MEXICO CITY, Oct 7 (Reuters) - Mexico’s plan to become the first major oil-producing emerging economy to introduce a carbon tax has a problem: It clashes head-on with the government’s ambitions to lower the cost of electricity and boost energy output.
Aiming to raise up to $2 billion, the carbon tax is part of a fiscal reform floated by President Enrique Pena Nieto just as he pushes an energy plan to encourage billions of dollars of investment in Mexico’s flagging oil and gas industry.
Presented within one month of each other, Pena Nieto’s energy and fiscal bills seek to lower the huge tax burden shouldered by state oil and gas company Pemex, which is also Mexico’s biggest producer of carbon emissions.
The carbon tax would affect Pemex’s production and its imports of refined products and natural gas, as well as industrial end-users of fossil fuels. Passing on the cost is likely to reach Mexicans in the form of higher prices.
“I think the government should find an alternative,” said Jorge Villalobos, a tax expert in Mexico’s lower house of Congress for the opposition conservative National Action Party. “It’s obvious that our competitiveness would take a hit.”
Even officials in the ruling coalition of the Institutional Revolutionary Party and the Green Party say privately the tax is unlikely to survive as it is and might be cut back when Congress starts to discuss the fiscal reform this week.
After Pemex and national electricity utility CFE, heavy industry and the transportation sector are the biggest consumers of fossil fuels in Latin America’s second biggest economy.
Backers of the so-called “green tax” say it will encourage investment in renewables, creating a more favorable regime for companies tapping Mexico’s abundant clean energy potential.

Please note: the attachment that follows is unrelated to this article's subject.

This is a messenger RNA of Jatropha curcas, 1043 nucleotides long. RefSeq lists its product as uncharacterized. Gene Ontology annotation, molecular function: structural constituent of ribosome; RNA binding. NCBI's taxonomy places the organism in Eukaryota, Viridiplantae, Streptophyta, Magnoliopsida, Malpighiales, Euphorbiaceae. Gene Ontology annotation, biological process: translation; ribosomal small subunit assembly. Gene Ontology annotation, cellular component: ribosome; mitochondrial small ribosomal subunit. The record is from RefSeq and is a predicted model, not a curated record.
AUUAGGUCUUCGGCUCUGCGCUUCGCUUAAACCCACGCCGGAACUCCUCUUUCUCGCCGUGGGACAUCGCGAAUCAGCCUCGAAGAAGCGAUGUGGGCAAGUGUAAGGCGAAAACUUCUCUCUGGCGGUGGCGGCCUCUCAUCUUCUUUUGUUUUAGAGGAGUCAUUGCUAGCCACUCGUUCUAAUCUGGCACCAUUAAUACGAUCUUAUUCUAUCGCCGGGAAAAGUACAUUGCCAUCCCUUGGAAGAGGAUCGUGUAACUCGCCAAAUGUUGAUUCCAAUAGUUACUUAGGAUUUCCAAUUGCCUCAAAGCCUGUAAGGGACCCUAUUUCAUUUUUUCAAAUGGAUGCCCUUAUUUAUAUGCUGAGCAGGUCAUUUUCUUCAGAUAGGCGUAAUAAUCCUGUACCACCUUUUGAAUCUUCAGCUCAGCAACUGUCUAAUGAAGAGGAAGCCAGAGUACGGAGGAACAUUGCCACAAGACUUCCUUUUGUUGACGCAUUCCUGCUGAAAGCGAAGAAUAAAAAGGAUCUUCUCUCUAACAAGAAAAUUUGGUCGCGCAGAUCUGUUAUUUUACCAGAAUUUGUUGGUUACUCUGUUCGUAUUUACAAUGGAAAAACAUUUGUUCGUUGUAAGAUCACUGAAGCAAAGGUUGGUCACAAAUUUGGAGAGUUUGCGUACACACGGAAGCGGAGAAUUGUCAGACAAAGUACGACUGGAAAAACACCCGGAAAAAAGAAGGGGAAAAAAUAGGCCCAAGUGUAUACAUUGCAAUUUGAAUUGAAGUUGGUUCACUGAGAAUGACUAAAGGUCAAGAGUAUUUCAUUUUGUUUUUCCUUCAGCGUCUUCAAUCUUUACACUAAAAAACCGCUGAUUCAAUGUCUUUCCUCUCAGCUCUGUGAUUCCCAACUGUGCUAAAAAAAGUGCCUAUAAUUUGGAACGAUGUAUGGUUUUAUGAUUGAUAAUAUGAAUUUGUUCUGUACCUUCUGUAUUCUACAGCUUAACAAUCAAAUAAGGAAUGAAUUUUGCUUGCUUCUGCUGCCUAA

“The tax will indirectly make renewable energy, especially wind power, more competitive relative to traditional fossil fuel sources,” said Adrian Escofet, director of Zapoteca de Energia, a company building a 70 megawatt wind park in southern Mexico.
More than 30 countries have adopted a carbon tax, and the CCE business lobby projects new revenues from the proposed carbon taxes in Mexico at about 26.6 billion pesos ($2 billion), while the government puts the figure at around $1.67 billion.
If it generated $2 billion, the tax would be equivalent to 0.17 percent of Mexico’s gross domestic product last year. That compares with about 0.05 percent of GDP for Britain’s carbon tax and 0.70 percent of GDP for the comparable Swedish measure.
Mexico’s proposed levy would be based on the carbon dioxide (CO2) content in 10 fossil fuels that power the country’s economy, which is more dependent than most on oil. The dirtier the fuel, the higher the carbon tax.
In 2012, $69 billion in taxes levied on Pemex funded more than a third of total federal government spending.
Pena Nieto campaigned for office last year pledging to cut the cost of electricity, but the tax is unlikely to help.
Peak power costs for industrial users have risen 7.4 percent over the past year, according to CFE data, and would rise another four percent as a result of the new taxes, according to an estimate from the Mexico’s main business lobby, CCE.
In the electricity sector, the government’s energy reform would update the constitution to allow private sector competition and investment in power generation. But the fiscal reform would apply the highest carbon tax on fuel oil, which accounts for about 16 percent of current power generation.
“There’s a sort of schizophrenia here from the government,” said Rafael Ch, an economist at think tank CIDAC.
Another contradictory aspect to the carbon tax is that Mexico still spends more to subsidize car drivers and power consumers than the new levy is forecast to raise.
After factoring in existing taxes levied on fuels, Mexico’s subsidy for gasoline is worth around $3.5 billion net annually, even though the government is cutting it back sharply.
Miriam Grunstein, an energy specialist with the CIDE research institute, said it made no sense for the government to levy carbon taxes and to control prices at the same time. Plus the gas market was taking a serious hit, she added.
“It would make sense in the United States where you have an incredible oversupply of fuels, but in Mexico you have a scarcity of natural gas,” said Grunstein.
About half of Mexico’s electricity is currently generated from natural gas, which will account for about 10 percent of total expected carbon tax revenues, according to Jose Ramon Ardavin, head of private sector research for business lobby CCE.
Even before Congress has started to debate the fiscal plan, major industries are talking down the tax.
“No other developing country has successfully implemented taxes on CO2 emissions and there’s no reason for Mexico to jump out front,” said C.P. Abel Ayala, finance chief for the mining arm of top steelmaker Altos Hornos de Mexico.